The so-called Tesla Model 2 may be the most hyped electric car that the world knows next to nothing about. Nobody is even sure that the new model is actually coming. But if it is, it’ll be a huge deal. 

Tesla CEO Elon Musk has talked up the idea of a cheaper, entry-level Tesla since at least 2020. Such a model would open up a vast new market for the electric automaker and go a long way toward bringing affordable electric vehicles to the masses. But right now, pretty much everything about it is TBD. 

What Do We Know About The More Affordable Tesla?

For the longest time, Tesla investors and fans believed that a smaller, cheaper EV than the Model 3 sedan would be the automaker’s next act after the Cybertruck pickup. Musk and other Tesla executives spoke of a lower-cost “next-generation” vehicle during earnings calls and presentations. The Tesla fandom even made up a name for the new car. “Model 2” isn’t official.

An April Reuters story cast a cloud of uncertainty over those plans by claiming that Tesla had scrapped plans for a cheaper model. (Musk denied the claims.) 

Musk opened up Tesla’s next earnings call in April with a curveball: He said Tesla would accelerate the release of new models

“These new vehicles, including more affordable models, will utilize aspects of the next-generation platform as well as aspects of our current platforms, and will be able to be produced on the same manufacturing lines as our current vehicle line-up,” Tesla’s first-quarter earnings release said. 

So, for now, it looks like a new entry-level Tesla is in the works in some form or another. It just will rely on Tesla’s current technology instead of using the brand-new EV platform that the company had advertised was coming for years. 

When Will The Tesla Model 2 Go On Sale?

Tesla Model 2 rendering rear

In January, Musk said Tesla’s next-generation vehicle would “hopefully” launch in the second half of 2025. Then in April, he said production would start by early next year, if not the end of 2024. Musk is admittedly not the best at timing, so we’ll have to see how that aggressive timeline pans out in reality. 

Another caveat: While Tesla said that it’s accelerating the timeline for new models, it didn’t specify which of those new models will come first. 

Where Will Tesla Build It?

Initially, Tesla aimed to build its next-generation platform—which it has said will serve as the basis for both a cheaper model and a purpose-built robotaxi—at a new plant in Mexico. The company has since changed course, planning to start production at its existing factory near Austin, Texas, so Musk and Tesla's engineers can be on hand.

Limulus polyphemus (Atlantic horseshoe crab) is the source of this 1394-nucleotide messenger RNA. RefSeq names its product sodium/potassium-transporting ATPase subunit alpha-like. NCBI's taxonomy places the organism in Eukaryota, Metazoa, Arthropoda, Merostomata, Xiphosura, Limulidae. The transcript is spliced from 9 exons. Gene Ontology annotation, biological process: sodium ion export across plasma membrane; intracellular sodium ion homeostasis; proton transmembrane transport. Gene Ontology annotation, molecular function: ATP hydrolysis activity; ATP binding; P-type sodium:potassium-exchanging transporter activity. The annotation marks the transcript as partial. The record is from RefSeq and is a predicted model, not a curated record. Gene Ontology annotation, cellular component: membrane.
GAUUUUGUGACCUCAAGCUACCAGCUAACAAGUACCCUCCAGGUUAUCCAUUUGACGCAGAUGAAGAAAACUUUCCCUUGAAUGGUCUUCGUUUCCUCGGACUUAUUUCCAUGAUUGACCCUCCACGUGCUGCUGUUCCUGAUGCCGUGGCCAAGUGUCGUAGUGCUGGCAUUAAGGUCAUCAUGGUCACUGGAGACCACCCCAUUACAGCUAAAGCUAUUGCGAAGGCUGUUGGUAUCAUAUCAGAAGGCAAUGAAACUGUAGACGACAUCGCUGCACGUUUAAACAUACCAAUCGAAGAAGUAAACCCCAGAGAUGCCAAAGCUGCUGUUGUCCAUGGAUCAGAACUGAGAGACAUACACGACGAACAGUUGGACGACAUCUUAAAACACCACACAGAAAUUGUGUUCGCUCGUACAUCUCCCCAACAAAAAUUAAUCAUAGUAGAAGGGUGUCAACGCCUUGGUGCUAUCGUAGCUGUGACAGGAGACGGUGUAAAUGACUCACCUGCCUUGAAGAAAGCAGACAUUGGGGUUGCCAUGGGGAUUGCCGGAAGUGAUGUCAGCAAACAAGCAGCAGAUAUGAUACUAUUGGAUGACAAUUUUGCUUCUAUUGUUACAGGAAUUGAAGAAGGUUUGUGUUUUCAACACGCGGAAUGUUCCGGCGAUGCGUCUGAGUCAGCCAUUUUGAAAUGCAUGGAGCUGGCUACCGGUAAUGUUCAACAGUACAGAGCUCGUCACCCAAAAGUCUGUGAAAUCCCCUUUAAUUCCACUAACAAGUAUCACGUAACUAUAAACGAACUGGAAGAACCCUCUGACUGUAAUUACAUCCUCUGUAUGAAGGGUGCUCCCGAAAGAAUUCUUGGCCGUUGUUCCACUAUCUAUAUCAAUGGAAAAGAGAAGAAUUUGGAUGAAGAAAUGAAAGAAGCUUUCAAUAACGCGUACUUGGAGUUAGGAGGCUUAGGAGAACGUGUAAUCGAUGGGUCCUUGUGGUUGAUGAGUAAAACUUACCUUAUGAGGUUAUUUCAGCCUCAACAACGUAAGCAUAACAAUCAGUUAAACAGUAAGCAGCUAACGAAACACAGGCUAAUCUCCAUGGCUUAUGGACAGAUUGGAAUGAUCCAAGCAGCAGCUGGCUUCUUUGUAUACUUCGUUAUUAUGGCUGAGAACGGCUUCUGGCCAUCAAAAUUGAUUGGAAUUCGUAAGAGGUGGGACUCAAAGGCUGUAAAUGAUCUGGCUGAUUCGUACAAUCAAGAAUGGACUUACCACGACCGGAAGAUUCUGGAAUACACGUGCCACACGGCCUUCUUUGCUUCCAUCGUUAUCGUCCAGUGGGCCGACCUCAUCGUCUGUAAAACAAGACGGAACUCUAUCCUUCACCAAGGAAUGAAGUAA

Still, we don’t know how Tesla’s shift from its next-generation platform to this hybrid-platform approach will impact future manufacturing plans. 

What Will The Next Tesla Look Like?

Last year, Musk said that Tesla’s upcoming, high-volume model would look “much more conventional” than the Cybertruck

In January, Reuters reported that Tesla was developing a compact crossover, codenamed “Redwood,” that would enter production in 2025. That sort of body style would make sense, at least in the U.S. where crossovers are king. Likewise, in May The Information reported that the Model 2 resembled a "slimmed-down Model Y."

But again, since Tesla’s plans have reportedly been all over the place, it's not crystal clear what's in store. On Tesla’s April earnings call, Musk ducked a question about whether the “new vehicles” would be variations of existing Teslas or completely new designs. 

How Much Will This Tesla Cost?

Back in 2020, Musk said that a $25,000 Tesla would arrive in three years. (That didn’t happen, clearly.) Since then, Tesla has kept quiet about the next-generation vehicle’s pricing. But the Model 3’s current price structure gives us some hints, since any “more affordable” car should cost less. 

The Model 3 Rear-Wheel Drive will run you $38,990, before taxes and fees. So the Model 2 wouldn’t have to cost $25,000 to stand out. A price point in the low $30,000 range would open up Tesla to a wider range of buyers. And if Tesla could make a, say, $32,500 Model 2 qualify for the $7,500 federal incentive for EV purchases, the effective cost to consumers could land around $25,000 anyway.

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Artwork credit Theophilus Chin.

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